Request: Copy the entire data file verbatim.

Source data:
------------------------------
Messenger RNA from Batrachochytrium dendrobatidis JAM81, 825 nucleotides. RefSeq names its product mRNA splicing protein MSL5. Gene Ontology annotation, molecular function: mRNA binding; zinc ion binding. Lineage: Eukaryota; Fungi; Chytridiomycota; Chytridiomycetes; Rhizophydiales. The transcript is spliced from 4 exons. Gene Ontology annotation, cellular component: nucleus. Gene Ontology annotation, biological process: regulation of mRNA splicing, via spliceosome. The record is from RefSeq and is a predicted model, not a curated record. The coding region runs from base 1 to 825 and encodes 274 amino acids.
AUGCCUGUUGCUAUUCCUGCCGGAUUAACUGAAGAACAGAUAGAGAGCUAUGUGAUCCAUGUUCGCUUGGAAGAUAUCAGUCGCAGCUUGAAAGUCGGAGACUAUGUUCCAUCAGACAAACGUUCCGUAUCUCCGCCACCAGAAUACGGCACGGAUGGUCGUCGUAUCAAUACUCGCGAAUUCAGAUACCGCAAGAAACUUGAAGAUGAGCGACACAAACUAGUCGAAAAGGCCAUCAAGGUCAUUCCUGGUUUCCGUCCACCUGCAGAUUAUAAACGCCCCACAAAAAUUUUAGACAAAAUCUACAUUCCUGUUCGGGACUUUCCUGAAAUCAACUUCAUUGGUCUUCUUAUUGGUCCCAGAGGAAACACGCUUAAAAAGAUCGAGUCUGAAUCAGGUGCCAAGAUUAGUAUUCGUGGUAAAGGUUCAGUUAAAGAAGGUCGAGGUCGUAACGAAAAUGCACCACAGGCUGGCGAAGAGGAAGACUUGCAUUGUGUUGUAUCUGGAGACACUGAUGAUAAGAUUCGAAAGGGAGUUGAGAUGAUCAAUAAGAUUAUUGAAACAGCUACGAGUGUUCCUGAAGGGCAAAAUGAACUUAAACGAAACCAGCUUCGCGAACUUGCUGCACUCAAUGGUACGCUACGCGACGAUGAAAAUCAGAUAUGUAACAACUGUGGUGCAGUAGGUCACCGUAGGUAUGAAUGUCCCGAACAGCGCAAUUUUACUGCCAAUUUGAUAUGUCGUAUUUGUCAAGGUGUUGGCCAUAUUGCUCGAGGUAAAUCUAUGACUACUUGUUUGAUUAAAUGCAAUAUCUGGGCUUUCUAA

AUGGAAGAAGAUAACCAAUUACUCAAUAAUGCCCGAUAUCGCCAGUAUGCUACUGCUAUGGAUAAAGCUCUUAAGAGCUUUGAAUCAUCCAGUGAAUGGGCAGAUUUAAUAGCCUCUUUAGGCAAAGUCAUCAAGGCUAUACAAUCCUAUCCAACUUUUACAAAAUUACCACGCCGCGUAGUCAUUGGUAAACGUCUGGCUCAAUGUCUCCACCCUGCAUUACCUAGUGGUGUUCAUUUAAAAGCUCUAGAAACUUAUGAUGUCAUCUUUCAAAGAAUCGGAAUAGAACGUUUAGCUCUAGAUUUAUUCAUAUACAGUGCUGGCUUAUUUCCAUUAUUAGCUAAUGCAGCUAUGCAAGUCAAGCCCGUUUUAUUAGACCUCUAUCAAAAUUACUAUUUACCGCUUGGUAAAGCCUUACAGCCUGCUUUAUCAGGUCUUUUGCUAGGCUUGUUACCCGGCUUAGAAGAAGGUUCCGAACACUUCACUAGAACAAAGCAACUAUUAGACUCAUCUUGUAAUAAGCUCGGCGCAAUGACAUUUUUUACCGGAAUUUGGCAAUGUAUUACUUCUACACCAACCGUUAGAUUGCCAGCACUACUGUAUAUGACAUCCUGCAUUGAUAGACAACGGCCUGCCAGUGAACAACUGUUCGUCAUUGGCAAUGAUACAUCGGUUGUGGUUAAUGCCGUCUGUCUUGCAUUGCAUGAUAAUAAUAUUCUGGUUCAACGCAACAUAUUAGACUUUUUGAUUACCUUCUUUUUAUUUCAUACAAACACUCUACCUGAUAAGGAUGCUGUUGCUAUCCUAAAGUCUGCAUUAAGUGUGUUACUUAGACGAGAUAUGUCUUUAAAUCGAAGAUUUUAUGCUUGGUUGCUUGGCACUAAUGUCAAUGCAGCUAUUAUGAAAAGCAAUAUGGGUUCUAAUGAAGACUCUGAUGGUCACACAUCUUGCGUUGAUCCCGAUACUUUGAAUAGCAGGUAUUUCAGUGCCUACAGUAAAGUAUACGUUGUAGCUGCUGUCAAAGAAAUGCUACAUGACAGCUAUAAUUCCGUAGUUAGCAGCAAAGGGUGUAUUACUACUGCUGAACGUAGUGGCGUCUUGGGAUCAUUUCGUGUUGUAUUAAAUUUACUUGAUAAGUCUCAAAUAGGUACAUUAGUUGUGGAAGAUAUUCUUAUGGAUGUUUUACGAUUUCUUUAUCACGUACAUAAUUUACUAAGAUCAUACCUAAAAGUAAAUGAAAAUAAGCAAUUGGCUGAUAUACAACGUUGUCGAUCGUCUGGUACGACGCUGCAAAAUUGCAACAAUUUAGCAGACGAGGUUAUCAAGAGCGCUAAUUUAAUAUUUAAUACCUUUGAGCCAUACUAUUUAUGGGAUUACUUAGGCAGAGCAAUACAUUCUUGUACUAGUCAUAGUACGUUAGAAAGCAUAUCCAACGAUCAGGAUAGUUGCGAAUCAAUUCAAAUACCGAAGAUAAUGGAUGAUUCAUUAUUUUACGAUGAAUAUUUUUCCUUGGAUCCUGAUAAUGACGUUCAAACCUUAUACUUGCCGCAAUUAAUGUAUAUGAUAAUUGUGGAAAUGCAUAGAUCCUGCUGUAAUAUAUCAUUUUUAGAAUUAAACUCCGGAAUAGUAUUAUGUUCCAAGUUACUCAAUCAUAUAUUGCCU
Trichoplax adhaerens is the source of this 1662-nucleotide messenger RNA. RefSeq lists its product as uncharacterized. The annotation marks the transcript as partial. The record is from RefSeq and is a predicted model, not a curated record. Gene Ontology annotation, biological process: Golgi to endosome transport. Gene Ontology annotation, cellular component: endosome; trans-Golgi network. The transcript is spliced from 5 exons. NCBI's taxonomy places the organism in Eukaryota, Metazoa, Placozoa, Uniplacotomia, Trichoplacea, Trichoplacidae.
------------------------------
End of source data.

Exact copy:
Messenger RNA from Batrachochytrium dendrobatidis JAM81, 825 nucleotides. RefSeq names its product mRNA splicing protein MSL5. Gene Ontology annotation, molecular function: mRNA binding; zinc ion binding. Lineage: Eukaryota; Fungi; Chytridiomycota; Chytridiomycetes; Rhizophydiales. The transcript is spliced from 4 exons. Gene Ontology annotation, cellular component: nucleus. Gene Ontology annotation, biological process: regulation of mRNA splicing, via spliceosome. The record is from RefSeq and is a predicted model, not a curated record. The coding region runs from base 1 to 825 and encodes 274 amino acids.
AUGCCUGUUGCUAUUCCUGCCGGAUUAACUGAAGAACAGAUAGAGAGCUAUGUGAUCCAUGUUCGCUUGGAAGAUAUCAGUCGCAGCUUGAAAGUCGGAGACUAUGUUCCAUCAGACAAACGUUCCGUAUCUCCGCCACCAGAAUACGGCACGGAUGGUCGUCGUAUCAAUACUCGCGAAUUCAGAUACCGCAAGAAACUUGAAGAUGAGCGACACAAACUAGUCGAAAAGGCCAUCAAGGUCAUUCCUGGUUUCCGUCCACCUGCAGAUUAUAAACGCCCCACAAAAAUUUUAGACAAAAUCUACAUUCCUGUUCGGGACUUUCCUGAAAUCAACUUCAUUGGUCUUCUUAUUGGUCCCAGAGGAAACACGCUUAAAAAGAUCGAGUCUGAAUCAGGUGCCAAGAUUAGUAUUCGUGGUAAAGGUUCAGUUAAAGAAGGUCGAGGUCGUAACGAAAAUGCACCACAGGCUGGCGAAGAGGAAGACUUGCAUUGUGUUGUAUCUGGAGACACUGAUGAUAAGAUUCGAAAGGGAGUUGAGAUGAUCAAUAAGAUUAUUGAAACAGCUACGAGUGUUCCUGAAGGGCAAAAUGAACUUAAACGAAACCAGCUUCGCGAACUUGCUGCACUCAAUGGUACGCUACGCGACGAUGAAAAUCAGAUAUGUAACAACUGUGGUGCAGUAGGUCACCGUAGGUAUGAAUGUCCCGAACAGCGCAAUUUUACUGCCAAUUUGAUAUGUCGUAUUUGUCAAGGUGUUGGCCAUAUUGCUCGAGGUAAAUCUAUGACUACUUGUUUGAUUAAAUGCAAUAUCUGGGCUUUCUAA

AUGGAAGAAGAUAACCAAUUACUCAAUAAUGCCCGAUAUCGCCAGUAUGCUACUGCUAUGGAUAAAGCUCUUAAGAGCUUUGAAUCAUCCAGUGAAUGGGCAGAUUUAAUAGCCUCUUUAGGCAAAGUCAUCAAGGCUAUACAAUCCUAUCCAACUUUUACAAAAUUACCACGCCGCGUAGUCAUUGGUAAACGUCUGGCUCAAUGUCUCCACCCUGCAUUACCUAGUGGUGUUCAUUUAAAAGCUCUAGAAACUUAUGAUGUCAUCUUUCAAAGAAUCGGAAUAGAACGUUUAGCUCUAGAUUUAUUCAUAUACAGUGCUGGCUUAUUUCCAUUAUUAGCUAAUGCAGCUAUGCAAGUCAAGCCCGUUUUAUUAGACCUCUAUCAAAAUUACUAUUUACCGCUUGGUAAAGCCUUACAGCCUGCUUUAUCAGGUCUUUUGCUAGGCUUGUUACCCGGCUUAGAAGAAGGUUCCGAACACUUCACUAGAACAAAGCAACUAUUAGACUCAUCUUGUAAUAAGCUCGGCGCAAUGACAUUUUUUACCGGAAUUUGGCAAUGUAUUACUUCUACACCAACCGUUAGAUUGCCAGCACUACUGUAUAUGACAUCCUGCAUUGAUAGACAACGGCCUGCCAGUGAACAACUGUUCGUCAUUGGCAAUGAUACAUCGGUUGUGGUUAAUGCCGUCUGUCUUGCAUUGCAUGAUAAUAAUAUUCUGGUUCAACGCAACAUAUUAGACUUUUUGAUUACCUUCUUUUUAUUUCAUACAAACACUCUACCUGAUAAGGAUGCUGUUGCUAUCCUAAAGUCUGCAUUAAGUGUGUUACUUAGACGAGAUAUGUCUUUAAAUCGAAGAUUUUAUGCUUGGUUGCUUGGCACUAAUGUCAAUGCAGCUAUUAUGAAAAGCAAUAUGGGUUCUAAUGAAGACUCUGAUGGUCACACAUCUUGCGUUGAUCCCGAUACUUUGAAUAGCAGGUAUUUCAGUGCCUACAGUAAAGUAUACGUUGUAGCUGCUGUCAAAGAAAUGCUACAUGACAGCUAUAAUUCCGUAGUUAGCAGCAAAGGGUGUAUUACUACUGCUGAACGUAGUGGCGUCUUGGGAUCAUUUCGUGUUGUAUUAAAUUUACUUGAUAAGUCUCAAAUAGGUACAUUAGUUGUGGAAGAUAUUCUUAUGGAUGUUUUACGAUUUCUUUAUCACGUACAUAAUUUACUAAGAUCAUACCUAAAAGUAAAUGAAAAUAAGCAAUUGGCUGAUAUACAACGUUGUCGAUCGUCUGGUACGACGCUGCAAAAUUGCAACAAUUUAGCAGACGAGGUUAUCAAGAGCGCUAAUUUAAUAUUUAAUACCUUUGAGCCAUACUAUUUAUGGGAUUACUUAGGCAGAGCAAUACAUUCUUGUACUAGUCAUAGUACGUUAGAAAGCAUAUCCAACGAUCAGGAUAGUUGCGAAUCAAUUCAAAUACCGAAGAUAAUGGAUGAUUCAUUAUUUUACGAUGAAUAUUUUUCCUUGGAUCCUGAUAAUGACGUUCAAACCUUAUACUUGCCGCAAUUAAUGUAUAUGAUAAUUGUGGAAAUGCAUAGAUCCUGCUGUAAUAUAUCAUUUUUAGAAUUAAACUCCGGAAUAGUAUUAUGUUCCAAGUUACUCAAUCAUAUAUUGCCU
Trichoplax adhaerens is the source of this 1662-nucleotide messenger RNA. RefSeq lists its product as uncharacterized. The annotation marks the transcript as partial. The record is from RefSeq and is a predicted model, not a curated record. Gene Ontology annotation, biological process: Golgi to endosome transport. Gene Ontology annotation, cellular component: endosome; trans-Golgi network. The transcript is spliced from 5 exons. NCBI's taxonomy places the organism in Eukaryota, Metazoa, Placozoa, Uniplacotomia, Trichoplacea, Trichoplacidae.